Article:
Beidawu Shan – 北大武山 – March 2012

The summit of Beidawu Shan, as seen from the ridge-line trail which approaches from the south.

3090m Beidawu Shan (北大武山), located in Pingdong county, is Taiwan’s southernmost 3000m+ mountain. Remarkably prominent, visibly towering over the surrounding area, the  trail up to the top of Beidawu Shan ascends almost 2000m, making for a really solid hike.

The trail winds up over staircases of rock and tree root, crossing a narrow ridge.

This particular mountain is well renowned for its ‘cloud ocean’ in clear weather.  I had great luck with the weather on this trip, and wasn’t disappointed – above the cabin I had fantastic views.  Here is an outline of the route I took:

A map of my two day hiking route.

Day 1: I caught the overnight train from Taipei to Kaohsiung, arriving in Kaohsiung at 6 a.m.  I rented a motorbike in Kaohsiung and drove to the trailhead.  Getting to the trailhead was a nightmare – after passing the Pingdong Train Station and leaving Route #1 (see the linked map below) the road goes through some very rural farming areas, and signage is absolutely horrendous.  I had to stop and ask for directions several times, despite having a map and basic instructions.  If making this trip for the first time, I strongly recommend using a GPS.

For reference, here is a map outlining the route from the Pingdong Train Station to the trailhead: MAP

Past the village of Taiwu, the road up to the trailhead is in poor condition, heavily damaged by typhoon Morakot.  Higher up, the road is impassable due to landslide, and the trailhead has been moved further down the mountain as a result.  The above maps reflect this change.  The lower trailhead adds a few kilometers of steep terrain to the first day of hiking, but overall this wasn’t too bad.  There was plenty of parking space along the road, and the roadside trailhead was clearly marked with hiking tags.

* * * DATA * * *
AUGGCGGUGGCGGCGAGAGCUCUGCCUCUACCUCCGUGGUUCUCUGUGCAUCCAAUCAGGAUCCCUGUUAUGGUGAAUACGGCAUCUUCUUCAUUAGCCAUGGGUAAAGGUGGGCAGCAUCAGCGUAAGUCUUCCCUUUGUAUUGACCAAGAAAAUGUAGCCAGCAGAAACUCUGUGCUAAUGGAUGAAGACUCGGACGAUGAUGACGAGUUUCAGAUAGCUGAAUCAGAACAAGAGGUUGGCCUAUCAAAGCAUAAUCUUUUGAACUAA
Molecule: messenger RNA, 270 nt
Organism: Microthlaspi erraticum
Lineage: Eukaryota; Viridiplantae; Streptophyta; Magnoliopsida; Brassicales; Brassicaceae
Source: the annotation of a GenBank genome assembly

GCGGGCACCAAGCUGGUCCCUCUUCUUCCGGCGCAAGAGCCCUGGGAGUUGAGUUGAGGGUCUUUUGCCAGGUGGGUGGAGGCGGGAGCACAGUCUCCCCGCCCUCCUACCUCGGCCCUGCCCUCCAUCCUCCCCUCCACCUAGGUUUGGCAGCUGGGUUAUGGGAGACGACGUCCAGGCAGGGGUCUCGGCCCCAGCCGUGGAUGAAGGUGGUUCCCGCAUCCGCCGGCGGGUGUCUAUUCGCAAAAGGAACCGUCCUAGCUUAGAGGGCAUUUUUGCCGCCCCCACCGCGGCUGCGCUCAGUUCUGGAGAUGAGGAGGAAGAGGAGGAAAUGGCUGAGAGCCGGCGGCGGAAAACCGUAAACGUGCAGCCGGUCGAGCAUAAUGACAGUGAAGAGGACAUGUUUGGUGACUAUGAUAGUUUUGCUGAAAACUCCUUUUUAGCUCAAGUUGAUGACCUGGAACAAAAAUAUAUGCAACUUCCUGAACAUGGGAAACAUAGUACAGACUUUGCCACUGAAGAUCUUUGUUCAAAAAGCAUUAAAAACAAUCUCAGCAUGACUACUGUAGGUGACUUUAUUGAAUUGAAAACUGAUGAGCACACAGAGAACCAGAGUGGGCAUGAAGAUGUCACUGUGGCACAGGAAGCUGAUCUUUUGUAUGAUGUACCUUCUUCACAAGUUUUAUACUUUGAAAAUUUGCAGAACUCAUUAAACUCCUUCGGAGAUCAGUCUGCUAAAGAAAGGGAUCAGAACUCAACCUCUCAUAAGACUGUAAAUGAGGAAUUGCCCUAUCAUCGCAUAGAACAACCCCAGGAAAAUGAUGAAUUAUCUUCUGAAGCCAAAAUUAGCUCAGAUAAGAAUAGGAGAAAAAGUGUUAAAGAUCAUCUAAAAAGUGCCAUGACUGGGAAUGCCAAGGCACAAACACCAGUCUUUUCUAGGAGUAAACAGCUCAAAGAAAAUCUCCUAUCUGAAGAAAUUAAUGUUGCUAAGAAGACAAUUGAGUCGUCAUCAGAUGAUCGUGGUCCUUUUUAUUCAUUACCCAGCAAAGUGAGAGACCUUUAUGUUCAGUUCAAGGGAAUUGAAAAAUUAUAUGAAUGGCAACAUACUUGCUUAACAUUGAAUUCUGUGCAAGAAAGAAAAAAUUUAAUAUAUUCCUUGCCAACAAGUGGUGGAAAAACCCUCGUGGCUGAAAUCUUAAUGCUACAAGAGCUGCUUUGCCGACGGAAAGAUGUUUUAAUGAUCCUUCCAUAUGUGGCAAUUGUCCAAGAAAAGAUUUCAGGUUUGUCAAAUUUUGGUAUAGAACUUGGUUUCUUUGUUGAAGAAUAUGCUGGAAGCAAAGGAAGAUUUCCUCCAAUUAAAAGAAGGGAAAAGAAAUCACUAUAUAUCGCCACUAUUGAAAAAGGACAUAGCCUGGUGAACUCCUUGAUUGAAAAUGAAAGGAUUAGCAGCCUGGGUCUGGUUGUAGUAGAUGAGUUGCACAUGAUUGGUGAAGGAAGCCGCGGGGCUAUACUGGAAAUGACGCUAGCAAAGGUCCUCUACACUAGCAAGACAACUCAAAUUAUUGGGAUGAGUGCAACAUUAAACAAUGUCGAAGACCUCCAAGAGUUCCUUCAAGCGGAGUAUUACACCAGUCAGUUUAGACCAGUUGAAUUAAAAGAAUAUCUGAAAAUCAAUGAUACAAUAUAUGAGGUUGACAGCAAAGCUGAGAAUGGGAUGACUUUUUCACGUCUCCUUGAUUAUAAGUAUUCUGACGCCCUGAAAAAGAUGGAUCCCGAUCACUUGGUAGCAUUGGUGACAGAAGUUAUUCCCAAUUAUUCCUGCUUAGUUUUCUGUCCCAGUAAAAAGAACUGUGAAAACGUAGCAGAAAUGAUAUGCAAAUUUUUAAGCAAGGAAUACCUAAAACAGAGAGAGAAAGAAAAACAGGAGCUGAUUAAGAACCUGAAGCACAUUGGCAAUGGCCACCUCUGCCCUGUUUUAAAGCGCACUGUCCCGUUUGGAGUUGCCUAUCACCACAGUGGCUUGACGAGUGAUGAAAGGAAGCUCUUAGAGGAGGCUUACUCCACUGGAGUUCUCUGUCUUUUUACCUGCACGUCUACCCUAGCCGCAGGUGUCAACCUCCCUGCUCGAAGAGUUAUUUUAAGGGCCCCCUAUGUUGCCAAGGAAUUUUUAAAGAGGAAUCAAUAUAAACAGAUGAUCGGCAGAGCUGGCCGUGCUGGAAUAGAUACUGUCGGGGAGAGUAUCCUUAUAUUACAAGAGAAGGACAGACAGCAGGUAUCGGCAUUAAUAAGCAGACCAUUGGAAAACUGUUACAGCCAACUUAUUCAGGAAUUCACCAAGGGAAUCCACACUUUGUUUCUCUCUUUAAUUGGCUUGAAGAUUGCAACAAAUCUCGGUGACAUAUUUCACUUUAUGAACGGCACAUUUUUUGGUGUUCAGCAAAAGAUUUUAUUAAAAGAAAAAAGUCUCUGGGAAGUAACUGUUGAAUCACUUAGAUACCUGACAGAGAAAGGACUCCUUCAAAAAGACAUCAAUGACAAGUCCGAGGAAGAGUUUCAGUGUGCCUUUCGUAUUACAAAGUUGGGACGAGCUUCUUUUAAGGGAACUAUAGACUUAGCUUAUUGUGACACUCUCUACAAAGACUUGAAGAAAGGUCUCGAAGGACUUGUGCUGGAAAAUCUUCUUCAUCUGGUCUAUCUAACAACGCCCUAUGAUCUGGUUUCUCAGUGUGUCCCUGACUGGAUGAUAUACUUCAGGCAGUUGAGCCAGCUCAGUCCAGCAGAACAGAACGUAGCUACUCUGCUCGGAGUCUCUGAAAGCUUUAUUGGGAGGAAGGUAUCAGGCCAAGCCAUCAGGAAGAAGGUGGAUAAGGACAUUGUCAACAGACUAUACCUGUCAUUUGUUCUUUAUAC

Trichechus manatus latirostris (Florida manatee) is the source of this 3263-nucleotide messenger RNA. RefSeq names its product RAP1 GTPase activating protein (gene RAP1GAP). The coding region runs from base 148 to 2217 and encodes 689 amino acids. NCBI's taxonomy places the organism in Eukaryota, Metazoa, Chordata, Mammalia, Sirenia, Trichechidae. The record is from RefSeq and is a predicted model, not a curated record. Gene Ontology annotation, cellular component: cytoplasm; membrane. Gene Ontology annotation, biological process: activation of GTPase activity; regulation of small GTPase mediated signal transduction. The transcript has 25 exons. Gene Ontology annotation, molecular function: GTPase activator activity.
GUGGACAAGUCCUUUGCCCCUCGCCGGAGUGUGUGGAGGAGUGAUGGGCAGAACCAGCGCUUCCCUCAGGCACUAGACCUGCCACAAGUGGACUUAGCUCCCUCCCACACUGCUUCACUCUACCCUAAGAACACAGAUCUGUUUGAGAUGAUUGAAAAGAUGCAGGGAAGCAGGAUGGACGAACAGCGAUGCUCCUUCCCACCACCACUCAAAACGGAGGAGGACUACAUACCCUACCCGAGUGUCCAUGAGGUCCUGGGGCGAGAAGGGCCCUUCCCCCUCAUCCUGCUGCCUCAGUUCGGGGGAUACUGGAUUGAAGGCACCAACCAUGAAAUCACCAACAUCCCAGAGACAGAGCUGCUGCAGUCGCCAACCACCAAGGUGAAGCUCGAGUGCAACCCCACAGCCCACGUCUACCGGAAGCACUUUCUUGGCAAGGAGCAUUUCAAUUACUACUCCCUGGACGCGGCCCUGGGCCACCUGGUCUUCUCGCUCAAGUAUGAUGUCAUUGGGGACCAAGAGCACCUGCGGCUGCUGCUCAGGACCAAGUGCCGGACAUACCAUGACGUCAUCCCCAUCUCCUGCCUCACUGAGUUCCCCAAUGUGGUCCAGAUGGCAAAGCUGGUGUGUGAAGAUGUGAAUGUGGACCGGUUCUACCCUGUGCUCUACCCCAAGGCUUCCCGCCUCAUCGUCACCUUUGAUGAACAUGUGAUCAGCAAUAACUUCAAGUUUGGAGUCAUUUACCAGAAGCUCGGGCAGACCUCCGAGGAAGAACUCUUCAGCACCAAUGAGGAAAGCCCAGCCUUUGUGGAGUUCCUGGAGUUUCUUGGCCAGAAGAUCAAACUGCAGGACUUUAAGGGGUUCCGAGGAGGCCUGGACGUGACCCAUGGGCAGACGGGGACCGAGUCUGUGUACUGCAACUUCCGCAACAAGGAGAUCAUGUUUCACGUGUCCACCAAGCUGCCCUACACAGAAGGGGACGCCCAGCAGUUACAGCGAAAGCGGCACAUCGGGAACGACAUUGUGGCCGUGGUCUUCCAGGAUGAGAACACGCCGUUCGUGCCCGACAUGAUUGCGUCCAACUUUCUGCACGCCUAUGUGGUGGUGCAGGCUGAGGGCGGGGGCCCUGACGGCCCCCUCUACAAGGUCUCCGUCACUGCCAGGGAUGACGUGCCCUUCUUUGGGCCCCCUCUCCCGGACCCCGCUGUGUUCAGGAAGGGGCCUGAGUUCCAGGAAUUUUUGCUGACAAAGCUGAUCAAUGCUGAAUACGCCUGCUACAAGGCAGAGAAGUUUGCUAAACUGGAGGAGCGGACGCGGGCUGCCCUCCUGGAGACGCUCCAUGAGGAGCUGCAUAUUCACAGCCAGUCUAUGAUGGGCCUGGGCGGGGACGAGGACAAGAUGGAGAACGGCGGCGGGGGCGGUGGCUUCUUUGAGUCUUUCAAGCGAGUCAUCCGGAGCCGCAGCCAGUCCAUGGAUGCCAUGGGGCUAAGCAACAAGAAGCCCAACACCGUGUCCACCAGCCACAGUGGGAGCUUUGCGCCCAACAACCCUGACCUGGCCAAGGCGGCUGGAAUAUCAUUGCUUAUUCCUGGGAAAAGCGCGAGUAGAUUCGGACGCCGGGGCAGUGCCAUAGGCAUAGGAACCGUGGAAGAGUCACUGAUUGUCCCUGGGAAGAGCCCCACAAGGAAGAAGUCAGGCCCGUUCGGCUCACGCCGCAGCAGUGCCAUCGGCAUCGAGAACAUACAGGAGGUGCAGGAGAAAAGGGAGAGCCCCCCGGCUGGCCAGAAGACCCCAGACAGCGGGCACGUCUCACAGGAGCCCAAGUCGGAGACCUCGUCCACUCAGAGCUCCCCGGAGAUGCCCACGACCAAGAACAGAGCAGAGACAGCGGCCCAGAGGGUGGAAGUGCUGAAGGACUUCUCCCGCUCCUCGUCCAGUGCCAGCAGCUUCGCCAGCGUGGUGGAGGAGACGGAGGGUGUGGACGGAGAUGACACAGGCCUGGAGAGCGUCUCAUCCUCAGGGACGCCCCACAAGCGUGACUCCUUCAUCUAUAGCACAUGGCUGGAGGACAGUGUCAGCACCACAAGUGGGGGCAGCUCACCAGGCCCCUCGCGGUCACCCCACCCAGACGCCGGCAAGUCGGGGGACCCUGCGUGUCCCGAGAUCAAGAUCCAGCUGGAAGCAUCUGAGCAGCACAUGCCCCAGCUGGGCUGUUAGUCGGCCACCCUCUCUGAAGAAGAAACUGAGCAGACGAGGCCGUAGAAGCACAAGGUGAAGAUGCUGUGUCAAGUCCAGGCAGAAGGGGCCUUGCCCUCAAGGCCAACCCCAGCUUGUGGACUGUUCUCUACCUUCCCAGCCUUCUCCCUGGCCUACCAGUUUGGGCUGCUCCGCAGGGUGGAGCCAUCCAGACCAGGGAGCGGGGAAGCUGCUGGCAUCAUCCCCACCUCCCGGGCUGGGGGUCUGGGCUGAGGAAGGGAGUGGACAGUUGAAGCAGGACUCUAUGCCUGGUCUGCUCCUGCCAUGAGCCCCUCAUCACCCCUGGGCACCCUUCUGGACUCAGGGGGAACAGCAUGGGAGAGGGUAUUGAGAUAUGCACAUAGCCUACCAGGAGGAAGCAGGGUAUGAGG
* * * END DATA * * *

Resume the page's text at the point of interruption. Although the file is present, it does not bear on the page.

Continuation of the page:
Hiking through the misty lower forest.

The weather was a bit unpleasant on the first day; very humid and muggy, with fog obscuring most of the views.

The trail lower down crosses several landslides. Foggy weather on the first day.

Interesting, twisted trees grew all over the mountainside.

After four hours of hiking, I reached the Guigu Cabin (檜谷山莊), which was very comfortable and well constructed.  I went to sleep at 5 p.m., knowing I had to be up early the next day.

Day 2: I woke up at 2:30 a.m., and began hiking in darkness at 3:30 after cooking a hot breakfast.  The trail from Guigu Cabin, which is located at ~2100m, ascends roughly 1000m up to the top, and is moderately steep. The trail stretches upwards across the mountain before breaking onto the ridge, where I began to enjoy some great views.

Contrasted by trees, the clouds were fantastic.

The horizon looked interesting in the morning light.

The mountain casts a huge shadow with the sunrise behind it.

The shadow of the Beidawu Shan in the morning sun.

Nearby mountains looked small.  At 3090m Beidawu Shan isn’t the highest of Taiwan’s mountains, but it definitely dominates its landscape.

Much higher than anything else nearby.

Mountains peeking out of the clouds below.

The trail on the ridge was interesting, with lots of foliage to navigate.

The ridge was covered in trees and vegetation.